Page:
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Bob Lutz: A fine day to be a Kansan Kansas natives clean up with All-Big 12 honors

  • The Wichita Eagle
  • Published Wednesday, Dec. 5, 2012, at 8:18 p.m.
  • Updated Monday, Jan. 6, 2014, at 9:09 p.m.

Can I have a moment? Please?

I am so proud of my state. So proud that little ol’ Kansas has produced more All-Big 12 first- and second-team football players this season than any state not named Texas.

Nine in all, three more than California and five more than Oklahoma.

What do you have to say about that, Oklahoma?

“To the stars through difficulties” (Ad Astra per Aspera) is our state motto, but it just as easily could be “To the All-Big 12 football team with difficulties,” the Latin interpretation of which I do not have. Suffice it to say that Kansas doesn’t produce football players the way it produces wheat. Or Republicans.

Oh, we’ve had our moments. Barry Sanders, John Riggins, Mike Bell, Lynn Dickey, Steve Grogan, Darren Sproles, John Hadl, Bobby Douglass, Jordy Nelson and Terence Newman are native Kansans who made it big on the gridiron.

For the most part, though, basketball is our game.

So Wednesday’s announcement of the All-Big 12 football team gives those of us who don’t think Kansas necessarily gets its football due a reason to puff out our chests and hold our heads high.

Five Kansans — Oklahoma State running back Joseph Randle (Wichita Southeast), Kansas State center B.J. Finney (Andale), K-State linebacker Arthur Brown (Wichita East), K-State safety Ty Zimmerman (Junction City) and Wildcat tight end Travis Tannahill (Olathe East) were first-team selections on the Associated Press list.

Kansans on the second team are K-State kicker Anthony Cantele (Kapaun Mount Carmel), Kansas offensive lineman Tanner Hawkinson (McPherson) and linebacker Ben Heeney (Hutchinson); and TCU offensive lineman Blaize Foltz (Rose Hill). K-State receiver Chris Harper was second team on the coaches’ list, too.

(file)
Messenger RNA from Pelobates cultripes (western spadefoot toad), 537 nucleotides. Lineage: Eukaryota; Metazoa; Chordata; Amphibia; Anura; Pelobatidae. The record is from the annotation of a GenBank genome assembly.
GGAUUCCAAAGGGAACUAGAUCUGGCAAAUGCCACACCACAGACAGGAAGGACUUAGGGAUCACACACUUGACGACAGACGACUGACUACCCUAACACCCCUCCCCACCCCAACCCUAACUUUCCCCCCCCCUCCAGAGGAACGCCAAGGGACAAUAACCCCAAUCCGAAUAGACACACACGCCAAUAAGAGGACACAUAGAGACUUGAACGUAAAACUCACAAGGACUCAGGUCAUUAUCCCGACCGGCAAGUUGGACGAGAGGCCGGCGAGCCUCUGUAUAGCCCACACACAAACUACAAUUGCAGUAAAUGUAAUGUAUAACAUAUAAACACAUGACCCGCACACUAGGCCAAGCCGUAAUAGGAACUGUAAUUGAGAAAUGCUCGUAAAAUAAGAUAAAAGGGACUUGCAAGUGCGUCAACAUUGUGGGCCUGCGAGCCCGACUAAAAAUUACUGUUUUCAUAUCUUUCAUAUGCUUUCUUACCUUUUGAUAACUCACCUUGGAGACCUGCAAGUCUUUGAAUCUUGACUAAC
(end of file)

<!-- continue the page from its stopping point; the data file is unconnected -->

Are we good or what?

For years, there was a knock against high school football in Kansas. We didn’t practice enough; we didn’t play enough games; we didn’t treat football like the religion it is in states to our south.

This All-Big 12 team, though, indicates that football is alive and well in Kansas high schools. Not only are the state’s high school players getting to a major conference like the Big 12, but they’re excelling once they arrive.

K-State won a conference championship with 55 Kansas players on its roster. Yes, more than a few of those are invited walk-ons who will struggle for playing time. But the Wildcats have always gotten tremendous production from their in-state players and this season is no different.

Kansas’ roster had 26 players, a number that is sure to grow under Charlie Weis. And there are 13 other Kansans playing at the other eight Big 12 schools, including five at Oklahoma and four at Oklahoma State.

Don’t forget, too, that perennial junior-college powerhouse Butler is always loaded with Kansas players, as are the other schools in the Jayhawk Conference. And coaches at the smaller four-year Kansas schools in the MIAA and KCAC go hard after in-state players.

K-State’s Arthur Brown not only was All-Big 12, but the conference’s defensive player of the year. He’ll play in the NFL, as will Randle and probably Harper, three products of the Wichita City League. Cantele, a fourth City Leaguer who received All-Big 12 honors, might have a big enough leg to get to the NFL, too.

Good stuff and good for the collective psyche of a state that has too often had to apologize for its football status.

Yet did you know that Kansas ranks 29th of the 50 states when it comes to producing NFL players? We’re ahead of states like Oregon, Kentucky, Colorado, Arizona and Connecticut.

High school football in Kansas has been helped by the easing of restrictions for the amount of time coaches can spend with their players in the summer. I don’t think it’s my imagination that the quality of play in the state’s high schools has increased noticeably since that stance was adopted by the Kansas State High School Activities Association.

It also doesn’t hurt that Bill Snyder coaches a bunch of these Kansas kids when they arrive at K-State. I’ve noticed he does a pretty good job.

So good work, Kansas. Wednesday was a good day and the rest of the teams in the Big 12 should take notice.

We play football here. We’re mean and we’re tough and we’ll hit you.

Got that, Oklahoma?

Reach Bob Lutz at blutz@wichitaeagle.com or 316-268-6597.

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